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Ken R said:
It's going to make it harder? Sheesh!#@SasF#

I'm studying the page in your manual. Yep, I had it wrong with symetrical offsets. I see now that they are NOT symetrical. Looks like it'll be easier to get through the even-numbered gates and harder through the odd-numbered ones. That's going to be tough. :yes:
Let me know tomorrow evening how much you enjoyed the "easy" even-numbered gates. :)

Harris
 

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Hi Ken,

The off set is difficult, but very rewarding once you master the exercise.

This exercise takes time to master, so make sure to have fun when you practice. :)

In the begining, I made a point of going through gates 1, 3 , 5, and 7, and around gates 2, 4, and 6.

I would then turn around, reversing the proceedure, going through gates 7, 5, 3, and 1, and around gates 6, 4, and 2.

This way, you exercise both your left and right side, ( one of them will be weaker, than the other, which is natural. ) but not at the same time.

I believe you will accomplish more, over a shorter period of time, by first alternating through, and then around, each gate. This will take the focus off of the exercise, ( getting through each gate ) and put the focus on where it should be, the shape of your circles.

You want to make consistent tear dropped shaped turns. left to right, right to left. The motor will come very close to scraping the floor boards when you're doing this correctly, but scraping should not occur.

I still warm up this way,

Take the same techniques into the off set, that you took in the slow cone weave, ...focus well ahead of your path, with a nice steady throttle, using your handle bars and clutch for braking. You will definitely need to use the handle bars for braking at some point in time, in this exercise.

After about ten runs, you will notice that the shape and size of your circles, in general, are a lot tighter, as the off set is somewhat of a rhythm exercise.

At that point in time, it may be a good idea to "force" your way through as many gates as you can.

I would focus two gates ahead of where you are, so that if you're starting at gate one, your head and eyes should be looking ahead to gate three.

Use all of the space that the exercise allows, in that you want to consistently place you front tire as close, but to the inside, of the outer gate cones as possible. ( this is why you're looking two gates ahead )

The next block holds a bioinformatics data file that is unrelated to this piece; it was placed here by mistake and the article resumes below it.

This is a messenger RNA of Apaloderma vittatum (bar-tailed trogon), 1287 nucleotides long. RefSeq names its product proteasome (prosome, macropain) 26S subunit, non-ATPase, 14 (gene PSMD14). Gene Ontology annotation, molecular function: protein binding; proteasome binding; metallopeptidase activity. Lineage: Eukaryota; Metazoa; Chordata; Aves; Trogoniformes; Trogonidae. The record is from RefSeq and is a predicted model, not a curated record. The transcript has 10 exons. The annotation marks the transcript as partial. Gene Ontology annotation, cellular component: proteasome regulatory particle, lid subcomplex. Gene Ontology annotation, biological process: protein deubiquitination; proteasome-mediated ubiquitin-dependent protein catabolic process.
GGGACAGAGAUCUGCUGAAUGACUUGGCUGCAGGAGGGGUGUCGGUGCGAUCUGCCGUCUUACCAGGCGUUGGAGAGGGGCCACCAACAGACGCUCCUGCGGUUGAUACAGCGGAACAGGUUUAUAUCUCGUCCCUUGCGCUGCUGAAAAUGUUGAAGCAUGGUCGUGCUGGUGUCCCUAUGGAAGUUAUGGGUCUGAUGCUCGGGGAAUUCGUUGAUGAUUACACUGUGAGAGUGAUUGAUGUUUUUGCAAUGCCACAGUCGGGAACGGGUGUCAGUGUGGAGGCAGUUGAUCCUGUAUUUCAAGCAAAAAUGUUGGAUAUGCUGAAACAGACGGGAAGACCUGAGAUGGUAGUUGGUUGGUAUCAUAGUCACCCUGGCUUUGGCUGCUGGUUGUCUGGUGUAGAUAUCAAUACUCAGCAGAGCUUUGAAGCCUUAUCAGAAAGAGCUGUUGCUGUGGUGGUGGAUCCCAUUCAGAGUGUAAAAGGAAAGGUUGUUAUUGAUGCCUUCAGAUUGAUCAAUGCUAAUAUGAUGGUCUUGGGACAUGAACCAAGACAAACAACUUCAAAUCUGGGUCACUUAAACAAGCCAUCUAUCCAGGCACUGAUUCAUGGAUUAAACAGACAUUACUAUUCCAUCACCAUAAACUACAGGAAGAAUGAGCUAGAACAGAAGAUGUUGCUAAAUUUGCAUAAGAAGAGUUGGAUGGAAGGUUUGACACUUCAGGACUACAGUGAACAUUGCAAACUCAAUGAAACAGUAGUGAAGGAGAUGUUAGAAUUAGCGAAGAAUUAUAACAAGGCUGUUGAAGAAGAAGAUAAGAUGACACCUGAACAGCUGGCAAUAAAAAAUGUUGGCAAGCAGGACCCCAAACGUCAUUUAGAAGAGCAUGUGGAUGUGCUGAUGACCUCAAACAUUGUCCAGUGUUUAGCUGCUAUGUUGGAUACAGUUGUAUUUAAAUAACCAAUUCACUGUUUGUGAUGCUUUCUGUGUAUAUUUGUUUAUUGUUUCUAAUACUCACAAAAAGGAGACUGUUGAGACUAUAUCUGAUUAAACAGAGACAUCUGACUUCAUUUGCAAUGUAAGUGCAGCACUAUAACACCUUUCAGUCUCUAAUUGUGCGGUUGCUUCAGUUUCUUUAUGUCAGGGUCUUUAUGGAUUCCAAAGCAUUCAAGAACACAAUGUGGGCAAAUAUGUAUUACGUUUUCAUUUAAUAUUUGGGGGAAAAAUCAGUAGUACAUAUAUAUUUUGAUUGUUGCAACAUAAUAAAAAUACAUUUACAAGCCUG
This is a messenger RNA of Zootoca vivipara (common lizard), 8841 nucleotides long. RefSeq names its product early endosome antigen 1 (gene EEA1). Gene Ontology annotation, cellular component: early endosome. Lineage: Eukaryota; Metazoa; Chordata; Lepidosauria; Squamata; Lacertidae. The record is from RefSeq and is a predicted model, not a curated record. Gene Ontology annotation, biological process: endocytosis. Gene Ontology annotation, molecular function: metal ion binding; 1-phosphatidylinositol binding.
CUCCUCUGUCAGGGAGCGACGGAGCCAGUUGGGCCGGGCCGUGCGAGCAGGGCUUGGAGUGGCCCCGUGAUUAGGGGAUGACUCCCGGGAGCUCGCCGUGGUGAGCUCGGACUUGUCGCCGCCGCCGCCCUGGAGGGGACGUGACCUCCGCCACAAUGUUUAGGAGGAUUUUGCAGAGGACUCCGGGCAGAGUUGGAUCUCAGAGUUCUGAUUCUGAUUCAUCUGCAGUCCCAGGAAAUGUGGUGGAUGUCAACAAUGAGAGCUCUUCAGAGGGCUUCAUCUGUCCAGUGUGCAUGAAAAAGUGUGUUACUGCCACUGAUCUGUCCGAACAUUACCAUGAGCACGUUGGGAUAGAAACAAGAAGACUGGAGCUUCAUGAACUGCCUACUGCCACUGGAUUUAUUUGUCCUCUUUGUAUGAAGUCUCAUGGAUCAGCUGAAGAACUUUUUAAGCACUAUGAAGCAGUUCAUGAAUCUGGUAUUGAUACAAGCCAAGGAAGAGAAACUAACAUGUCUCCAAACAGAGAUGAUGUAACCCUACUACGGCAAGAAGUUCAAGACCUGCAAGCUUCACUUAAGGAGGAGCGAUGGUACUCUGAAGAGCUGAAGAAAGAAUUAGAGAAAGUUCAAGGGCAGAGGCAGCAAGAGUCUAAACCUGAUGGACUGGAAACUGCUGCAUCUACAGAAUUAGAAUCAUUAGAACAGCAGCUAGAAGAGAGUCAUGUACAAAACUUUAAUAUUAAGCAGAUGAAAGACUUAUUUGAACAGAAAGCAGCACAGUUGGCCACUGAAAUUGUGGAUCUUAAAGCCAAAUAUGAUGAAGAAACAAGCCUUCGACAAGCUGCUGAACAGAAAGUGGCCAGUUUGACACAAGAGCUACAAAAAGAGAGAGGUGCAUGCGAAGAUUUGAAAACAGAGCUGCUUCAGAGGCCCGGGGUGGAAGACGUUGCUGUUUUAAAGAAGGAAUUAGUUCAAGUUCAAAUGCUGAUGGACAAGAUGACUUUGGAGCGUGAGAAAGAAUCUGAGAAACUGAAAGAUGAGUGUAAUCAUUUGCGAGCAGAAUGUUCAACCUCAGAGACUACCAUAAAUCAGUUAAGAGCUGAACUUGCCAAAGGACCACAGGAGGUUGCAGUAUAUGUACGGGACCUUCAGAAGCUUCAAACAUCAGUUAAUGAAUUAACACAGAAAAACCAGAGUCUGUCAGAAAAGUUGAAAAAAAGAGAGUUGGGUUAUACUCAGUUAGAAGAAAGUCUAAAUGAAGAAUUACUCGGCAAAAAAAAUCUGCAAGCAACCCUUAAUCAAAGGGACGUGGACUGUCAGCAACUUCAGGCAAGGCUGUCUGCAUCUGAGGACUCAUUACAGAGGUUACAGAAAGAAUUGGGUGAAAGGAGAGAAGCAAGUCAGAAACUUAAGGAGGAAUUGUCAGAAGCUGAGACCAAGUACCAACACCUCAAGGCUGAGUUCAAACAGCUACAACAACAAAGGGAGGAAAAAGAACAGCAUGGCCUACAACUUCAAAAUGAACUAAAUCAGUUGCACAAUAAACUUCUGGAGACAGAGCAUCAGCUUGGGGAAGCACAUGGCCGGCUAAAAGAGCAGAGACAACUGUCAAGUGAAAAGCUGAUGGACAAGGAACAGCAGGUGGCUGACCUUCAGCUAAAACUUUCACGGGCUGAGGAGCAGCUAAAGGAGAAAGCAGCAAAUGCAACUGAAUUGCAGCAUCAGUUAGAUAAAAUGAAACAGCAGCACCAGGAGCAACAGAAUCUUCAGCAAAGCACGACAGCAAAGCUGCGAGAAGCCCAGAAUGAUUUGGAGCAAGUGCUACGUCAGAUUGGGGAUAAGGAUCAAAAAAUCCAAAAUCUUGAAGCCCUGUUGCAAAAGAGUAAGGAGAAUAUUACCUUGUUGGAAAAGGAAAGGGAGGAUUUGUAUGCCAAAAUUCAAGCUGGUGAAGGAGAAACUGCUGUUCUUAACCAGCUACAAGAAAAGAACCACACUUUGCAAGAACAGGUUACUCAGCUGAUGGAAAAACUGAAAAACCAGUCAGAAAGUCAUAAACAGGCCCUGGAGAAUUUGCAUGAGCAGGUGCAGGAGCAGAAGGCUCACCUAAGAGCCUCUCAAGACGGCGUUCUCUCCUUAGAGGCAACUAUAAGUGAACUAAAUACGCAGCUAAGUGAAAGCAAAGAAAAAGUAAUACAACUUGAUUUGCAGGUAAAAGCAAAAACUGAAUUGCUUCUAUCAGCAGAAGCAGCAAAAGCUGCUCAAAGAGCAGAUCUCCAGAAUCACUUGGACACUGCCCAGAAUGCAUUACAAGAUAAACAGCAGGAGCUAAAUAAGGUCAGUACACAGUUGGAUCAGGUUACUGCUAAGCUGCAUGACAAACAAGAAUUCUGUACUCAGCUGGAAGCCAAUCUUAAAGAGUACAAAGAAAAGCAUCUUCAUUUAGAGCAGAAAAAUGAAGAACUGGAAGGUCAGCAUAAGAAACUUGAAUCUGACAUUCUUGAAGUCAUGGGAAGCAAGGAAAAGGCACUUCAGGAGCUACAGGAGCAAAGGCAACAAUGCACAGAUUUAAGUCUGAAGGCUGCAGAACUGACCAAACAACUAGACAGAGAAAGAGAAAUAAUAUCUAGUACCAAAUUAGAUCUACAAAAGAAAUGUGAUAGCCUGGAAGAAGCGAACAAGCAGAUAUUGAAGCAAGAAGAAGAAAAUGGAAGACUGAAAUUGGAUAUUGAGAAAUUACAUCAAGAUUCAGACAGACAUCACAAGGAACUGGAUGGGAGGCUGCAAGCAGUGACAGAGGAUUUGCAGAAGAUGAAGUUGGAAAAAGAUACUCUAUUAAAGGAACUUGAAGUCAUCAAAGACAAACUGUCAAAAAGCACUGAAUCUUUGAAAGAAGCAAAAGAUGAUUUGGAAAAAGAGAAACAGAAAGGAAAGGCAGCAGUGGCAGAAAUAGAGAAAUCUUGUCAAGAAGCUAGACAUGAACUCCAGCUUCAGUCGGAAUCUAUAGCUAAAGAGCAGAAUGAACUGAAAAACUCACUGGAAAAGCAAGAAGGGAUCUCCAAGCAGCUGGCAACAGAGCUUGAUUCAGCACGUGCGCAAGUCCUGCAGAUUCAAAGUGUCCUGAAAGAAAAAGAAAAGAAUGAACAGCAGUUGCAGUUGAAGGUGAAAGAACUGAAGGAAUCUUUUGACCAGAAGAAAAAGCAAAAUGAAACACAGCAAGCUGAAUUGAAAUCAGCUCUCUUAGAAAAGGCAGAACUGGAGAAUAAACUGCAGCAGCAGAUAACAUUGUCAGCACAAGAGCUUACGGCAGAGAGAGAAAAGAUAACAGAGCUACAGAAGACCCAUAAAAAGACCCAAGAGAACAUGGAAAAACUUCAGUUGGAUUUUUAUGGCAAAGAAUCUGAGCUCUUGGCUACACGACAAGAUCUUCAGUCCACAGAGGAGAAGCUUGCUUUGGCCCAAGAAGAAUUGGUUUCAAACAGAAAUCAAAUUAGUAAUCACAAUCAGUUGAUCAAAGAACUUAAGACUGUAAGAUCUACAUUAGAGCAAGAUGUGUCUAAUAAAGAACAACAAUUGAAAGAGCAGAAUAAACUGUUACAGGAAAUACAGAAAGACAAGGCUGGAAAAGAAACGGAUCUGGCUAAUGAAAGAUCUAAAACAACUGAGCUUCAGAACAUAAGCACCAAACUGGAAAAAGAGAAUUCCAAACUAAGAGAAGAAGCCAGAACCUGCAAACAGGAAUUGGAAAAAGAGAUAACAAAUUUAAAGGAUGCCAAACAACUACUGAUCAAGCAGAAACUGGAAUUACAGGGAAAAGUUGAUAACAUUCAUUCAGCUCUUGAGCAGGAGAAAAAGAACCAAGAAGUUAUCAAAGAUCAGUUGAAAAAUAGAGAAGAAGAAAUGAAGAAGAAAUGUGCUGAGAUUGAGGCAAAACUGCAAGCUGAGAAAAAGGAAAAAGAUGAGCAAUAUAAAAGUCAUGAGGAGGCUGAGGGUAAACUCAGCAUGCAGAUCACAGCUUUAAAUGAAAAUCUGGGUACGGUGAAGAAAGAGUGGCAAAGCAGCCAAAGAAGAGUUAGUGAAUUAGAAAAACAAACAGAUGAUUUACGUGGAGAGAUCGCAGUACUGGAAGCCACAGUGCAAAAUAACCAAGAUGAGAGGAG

Don't be surprised if you only make through 3-4 gates the first day. And don't forget, the same mantra applies.....slow is smooth, smooth is fast.

good luck! :)

David
 

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Keep the videos coming Ken. Your's are as good as any I've seen for showing the bird's eye view!

Two things I learned when I started practicing Harris's exercises:

1) It's easy to watch videos and say, "Ya, I could do that." It's different when you put your money where your mouth is! It's harder than it looks, but once you get the hang of it, all of a sudden it's not too bad. Next try this stuff in traffic with an audience. I have alot of respect for the cops that do this daily.

2) The better I get the more I need to practice to keep those skills. It's discouraging how rusty you can get! But it comes back real quick.
 

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Discussion Starter · #7 ·
Maybe next weekend I'll mount my camera again

dmax said:
Keep the videos coming Ken. Your's are as good as any I've seen for showing the bird's eye view!
I practiced for about 3 hours Saturday and 2-1/2 hours today, Sunday. It was really windy today. 20 - 30 with higher gusts, officially. When you're going slowly and trying to execute perfect turns, the wind can play havoc with one's balance. After a while, I discovered that with a quartering headwind, I could not complete the offset cone weave course without almost falling. With a quartering tailwind, though, I had good success. So I set 13 cones up for 12' weaving with the wind at my face and from the left; and eleven offset cone-weave gates to come back in the other direction. Then I spent the next 2+ hours going back and forth. (12' coneweaves in one directions and offset coneweaving in the other) It would be boring, except that I can feel more and more in control with each pass.

I'm quite proud of my 12' coneweaving. Without being overconfident, I believe that I have somewhat mastered them. Only knocked a couple over with my saddlebags in the first few warm-up passes. After that, no cone touching at all.